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  5. kimboo deserves to live a good life. the life it is currently being forced to live, has very poor quality. it is not able to express natural behaviour. it needs to hunt and roam and take part in other natural behaviours, for it to feel good and be healthy. all we need to do is NOT put it in a cage.

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  6. Release it the next time "rathah araameehun" come that side. It was caged by them. Crocy will get revenge and if to make peace this will be moved to Alivaage.

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  7. This is good. Activism and good values should be promoted at an early age.

    Just make a larger enclosure and get someone trained to move it (ie: not some rambo Maldivians who "think" they can do it).

    The moment they start making an enclosure though, DRP will pipe in and start saying how MDP makes new houses for crocodiles but not it's people.

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  8. its hi time someone said something about it!

    we are teaching bad values to children by keeping wild animals captive and in such poor appalling condition this kimboo is in!

    best of luck billabong high kids and wish you the best of luck in your endeavor.

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  9. I really love this idea. The cage is so small that the Kinboo would not even be able straighen its backbone any more.

    Next step would be "Save Maldives form Zaki's".... The Idian Zaki and the Maldivian Zaki

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  10. Contact 'Parco Natura Viva' in Italy. They might take this Crocodile. Just try!

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  11. I am surprised with all the noise about this crocodile ..

    Really its not the only animal living in a miserable condition at the children's park.

    There are plenty of other animals there, rabbits, cats etc.

    So why the hassle with this one crocodile, there are two things that happen to crocodiles or any other dangerous animal when they stray too far away, they either get pelted and beaten to death.. or they get a small enclosure with free food, so I would say hes quite lucky to be there.

    and its not only crocodiles that are living in cramped up conditions in Maldives, around 60% of the human population in Male' is living in cramped conditions with no free food either.

    Please Save the People, While Saving the Crocodile, Please Give People Larger Enclosures too!!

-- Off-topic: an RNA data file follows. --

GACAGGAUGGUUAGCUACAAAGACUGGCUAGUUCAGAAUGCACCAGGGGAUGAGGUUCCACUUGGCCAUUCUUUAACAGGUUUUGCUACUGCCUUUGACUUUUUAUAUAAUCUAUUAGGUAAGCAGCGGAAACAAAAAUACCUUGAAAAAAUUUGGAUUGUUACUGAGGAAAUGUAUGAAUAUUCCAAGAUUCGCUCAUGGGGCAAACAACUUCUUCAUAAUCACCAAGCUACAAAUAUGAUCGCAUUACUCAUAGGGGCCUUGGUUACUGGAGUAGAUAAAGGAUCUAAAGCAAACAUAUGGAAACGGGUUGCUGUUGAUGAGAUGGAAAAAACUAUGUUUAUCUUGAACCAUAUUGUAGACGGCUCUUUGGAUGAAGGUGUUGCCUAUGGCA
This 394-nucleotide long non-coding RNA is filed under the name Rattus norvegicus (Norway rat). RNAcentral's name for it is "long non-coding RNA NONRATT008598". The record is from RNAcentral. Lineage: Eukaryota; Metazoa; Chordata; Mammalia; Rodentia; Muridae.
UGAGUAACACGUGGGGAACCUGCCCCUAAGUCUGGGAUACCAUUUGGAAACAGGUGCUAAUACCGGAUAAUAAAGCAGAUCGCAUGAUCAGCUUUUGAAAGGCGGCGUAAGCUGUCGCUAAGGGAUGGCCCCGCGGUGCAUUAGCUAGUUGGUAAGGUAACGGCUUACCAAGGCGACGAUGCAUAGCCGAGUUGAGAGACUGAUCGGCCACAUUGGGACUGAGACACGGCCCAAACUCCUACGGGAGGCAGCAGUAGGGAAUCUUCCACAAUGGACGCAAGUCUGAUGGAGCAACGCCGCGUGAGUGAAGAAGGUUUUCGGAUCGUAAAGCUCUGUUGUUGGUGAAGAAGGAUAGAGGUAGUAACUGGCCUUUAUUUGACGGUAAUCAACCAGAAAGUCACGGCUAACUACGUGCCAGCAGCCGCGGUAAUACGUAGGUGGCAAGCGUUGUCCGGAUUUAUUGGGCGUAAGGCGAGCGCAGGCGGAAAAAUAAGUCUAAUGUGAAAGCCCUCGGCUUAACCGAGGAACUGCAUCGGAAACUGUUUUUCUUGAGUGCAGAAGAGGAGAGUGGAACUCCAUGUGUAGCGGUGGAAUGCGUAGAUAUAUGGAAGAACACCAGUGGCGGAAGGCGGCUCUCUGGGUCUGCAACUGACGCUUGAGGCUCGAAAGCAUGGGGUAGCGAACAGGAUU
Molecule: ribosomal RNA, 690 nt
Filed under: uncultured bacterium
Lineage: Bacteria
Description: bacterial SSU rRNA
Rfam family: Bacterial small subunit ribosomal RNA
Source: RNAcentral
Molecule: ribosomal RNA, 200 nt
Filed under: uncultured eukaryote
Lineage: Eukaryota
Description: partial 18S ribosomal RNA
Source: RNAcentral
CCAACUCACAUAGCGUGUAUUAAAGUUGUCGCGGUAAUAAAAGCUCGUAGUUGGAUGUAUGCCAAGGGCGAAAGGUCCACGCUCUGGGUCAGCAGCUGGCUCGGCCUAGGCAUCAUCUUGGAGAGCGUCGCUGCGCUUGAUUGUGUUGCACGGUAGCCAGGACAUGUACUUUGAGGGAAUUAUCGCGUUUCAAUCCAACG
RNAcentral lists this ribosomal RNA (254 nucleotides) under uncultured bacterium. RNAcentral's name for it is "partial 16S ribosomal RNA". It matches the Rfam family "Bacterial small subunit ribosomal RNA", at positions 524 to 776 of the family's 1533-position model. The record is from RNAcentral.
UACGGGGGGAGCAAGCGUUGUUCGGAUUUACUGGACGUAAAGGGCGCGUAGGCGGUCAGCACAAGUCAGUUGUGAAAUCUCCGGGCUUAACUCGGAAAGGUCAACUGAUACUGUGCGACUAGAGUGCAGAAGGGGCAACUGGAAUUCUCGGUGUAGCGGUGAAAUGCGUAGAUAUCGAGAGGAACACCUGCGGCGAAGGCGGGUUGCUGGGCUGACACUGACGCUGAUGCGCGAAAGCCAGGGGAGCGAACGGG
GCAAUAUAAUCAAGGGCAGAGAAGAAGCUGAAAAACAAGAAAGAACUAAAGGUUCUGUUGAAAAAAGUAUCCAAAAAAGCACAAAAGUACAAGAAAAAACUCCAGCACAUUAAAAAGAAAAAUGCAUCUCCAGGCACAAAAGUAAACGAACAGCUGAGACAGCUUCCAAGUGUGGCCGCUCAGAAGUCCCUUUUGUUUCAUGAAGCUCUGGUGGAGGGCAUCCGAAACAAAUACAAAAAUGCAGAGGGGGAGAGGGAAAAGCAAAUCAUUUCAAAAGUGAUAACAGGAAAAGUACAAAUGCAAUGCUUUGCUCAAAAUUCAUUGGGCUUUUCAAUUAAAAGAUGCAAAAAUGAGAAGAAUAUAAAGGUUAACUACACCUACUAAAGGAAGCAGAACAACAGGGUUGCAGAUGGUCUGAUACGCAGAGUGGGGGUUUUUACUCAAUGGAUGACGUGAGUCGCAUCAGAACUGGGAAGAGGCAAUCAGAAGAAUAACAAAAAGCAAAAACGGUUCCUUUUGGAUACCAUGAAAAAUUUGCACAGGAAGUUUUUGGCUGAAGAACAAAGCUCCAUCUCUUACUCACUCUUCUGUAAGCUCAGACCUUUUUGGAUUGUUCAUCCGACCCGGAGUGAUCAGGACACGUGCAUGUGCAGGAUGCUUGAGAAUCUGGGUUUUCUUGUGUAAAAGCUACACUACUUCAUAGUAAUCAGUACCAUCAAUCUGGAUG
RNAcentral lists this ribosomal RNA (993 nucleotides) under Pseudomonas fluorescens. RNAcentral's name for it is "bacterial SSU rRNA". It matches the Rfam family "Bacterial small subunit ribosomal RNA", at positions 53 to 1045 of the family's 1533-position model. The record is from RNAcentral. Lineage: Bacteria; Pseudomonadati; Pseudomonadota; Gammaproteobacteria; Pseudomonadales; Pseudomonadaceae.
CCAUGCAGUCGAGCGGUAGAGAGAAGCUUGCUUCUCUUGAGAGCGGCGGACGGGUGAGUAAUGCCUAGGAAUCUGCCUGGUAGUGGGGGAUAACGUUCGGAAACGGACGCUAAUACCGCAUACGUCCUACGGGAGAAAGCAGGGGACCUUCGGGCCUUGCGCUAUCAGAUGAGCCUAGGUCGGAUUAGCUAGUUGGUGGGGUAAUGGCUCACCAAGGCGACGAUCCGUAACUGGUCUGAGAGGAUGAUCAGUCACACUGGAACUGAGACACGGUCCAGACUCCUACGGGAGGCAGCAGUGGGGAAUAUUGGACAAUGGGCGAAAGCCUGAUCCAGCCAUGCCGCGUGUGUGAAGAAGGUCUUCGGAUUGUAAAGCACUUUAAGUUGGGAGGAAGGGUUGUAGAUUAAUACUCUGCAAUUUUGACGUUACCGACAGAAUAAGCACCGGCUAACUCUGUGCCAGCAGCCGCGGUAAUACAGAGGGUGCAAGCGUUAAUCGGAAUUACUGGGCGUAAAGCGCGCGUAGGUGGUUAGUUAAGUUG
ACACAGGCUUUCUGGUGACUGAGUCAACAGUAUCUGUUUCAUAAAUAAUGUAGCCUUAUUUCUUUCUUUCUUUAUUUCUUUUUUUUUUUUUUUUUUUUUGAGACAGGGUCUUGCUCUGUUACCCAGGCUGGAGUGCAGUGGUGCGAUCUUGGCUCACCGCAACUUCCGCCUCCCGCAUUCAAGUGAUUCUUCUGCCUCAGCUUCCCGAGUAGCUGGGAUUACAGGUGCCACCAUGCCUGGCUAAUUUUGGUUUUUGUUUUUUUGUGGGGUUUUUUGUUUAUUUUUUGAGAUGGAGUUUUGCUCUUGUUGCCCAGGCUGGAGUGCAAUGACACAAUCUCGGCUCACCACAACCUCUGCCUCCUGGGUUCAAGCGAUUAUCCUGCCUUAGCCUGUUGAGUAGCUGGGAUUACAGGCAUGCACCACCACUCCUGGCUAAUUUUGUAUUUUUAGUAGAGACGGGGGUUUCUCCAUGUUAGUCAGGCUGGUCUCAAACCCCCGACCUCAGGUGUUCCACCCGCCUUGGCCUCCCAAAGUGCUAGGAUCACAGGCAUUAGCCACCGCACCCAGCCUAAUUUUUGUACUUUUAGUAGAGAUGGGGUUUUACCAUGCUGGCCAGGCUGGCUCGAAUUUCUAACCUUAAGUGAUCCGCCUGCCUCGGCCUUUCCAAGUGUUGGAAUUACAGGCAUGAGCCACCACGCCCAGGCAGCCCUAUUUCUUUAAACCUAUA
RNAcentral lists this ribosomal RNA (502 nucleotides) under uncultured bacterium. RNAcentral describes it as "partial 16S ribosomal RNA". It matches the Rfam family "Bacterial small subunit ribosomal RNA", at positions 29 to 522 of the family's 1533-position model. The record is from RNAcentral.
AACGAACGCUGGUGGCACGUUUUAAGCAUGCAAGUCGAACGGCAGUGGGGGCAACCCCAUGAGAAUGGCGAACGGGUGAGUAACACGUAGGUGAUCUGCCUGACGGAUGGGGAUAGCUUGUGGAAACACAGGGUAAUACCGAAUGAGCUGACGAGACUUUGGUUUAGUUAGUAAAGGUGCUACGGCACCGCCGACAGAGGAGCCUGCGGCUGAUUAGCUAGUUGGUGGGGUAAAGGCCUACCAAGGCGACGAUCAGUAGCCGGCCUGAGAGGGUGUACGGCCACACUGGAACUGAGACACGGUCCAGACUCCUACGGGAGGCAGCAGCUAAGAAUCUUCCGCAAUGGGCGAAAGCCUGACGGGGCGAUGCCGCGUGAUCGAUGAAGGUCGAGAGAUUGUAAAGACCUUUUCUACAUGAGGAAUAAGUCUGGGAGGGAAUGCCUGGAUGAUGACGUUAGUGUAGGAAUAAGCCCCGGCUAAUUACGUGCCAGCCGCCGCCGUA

So if your trying to send the crocodile to Australia, Please try and send some of the people too.

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  12. @heck
    You can't even leave the poor Billabong kids and their school project alone now can you. Shows exactly the level your mind works on.

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  13. The croc may not be kept in the best possible condition. But for educators to take children to the street and to infiltrate their minds for activism is a cause for concern.

    I doubt if these children are getting the best examples to follow, and are being guided by the right role models. The kids could have been urged to send a collective letter or something to the related officials expressing their concern rather then grooming them to become activists.

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  14. better start a campaign for a safer Maldives..leave the kinbooo..its in a safer place than us..we may be stabbed anytime by loabi jalukudhin...

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  15. Lets eat the "kimboo"...

    Im sure it will go well with a bit of garudiya mmmmmmmmmmmmm.............

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  16. sad to see even this is being related to politics in many of the comments. It is a positive change that kids are being introduced to activism and standing up for causes they believe in.
    As for the kimboo, its being given better conditions is long overdue. let's see it saved! 🙂

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  17. @really

    Hey! Sounds true to the core! While giving the 'kimboo' a good enclosure, we need to think about the poor Bengalis also!

    Hope Billabong students will give the Bengalis and poor Maldivians also a little bit of consideration..they live in poor surroundings. IT'S NOT FAIR TO KEEP THESE ANIMALS also in such cramped conditions! WE MUST TEACH STUDENTS TO THINK RATIONALLY. FIRST we have to give good housing to THESE poor neighbourly animals and then if we have time we can think about the 'kimboo'

    I really think the innocent Billabong kids are being used as human shields by some GODFORSAKEN cowards! Otherwise childrens' natural demand would be to keep the 'kimboo' in a NICER place. NOT to see it off to Australia!

    I would like to see such 'cowardly' people to go and open the mouth of the 'kimboo' and spend some time brushing the teeth of kimboo. YOU WILL ENJOY IT. The only problem is YOU CAN DO IT ONLY ONCE. SLURP!

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  18. I fully agree that something has to be done to the Kimboo (and the cats and other animals as well, by the way).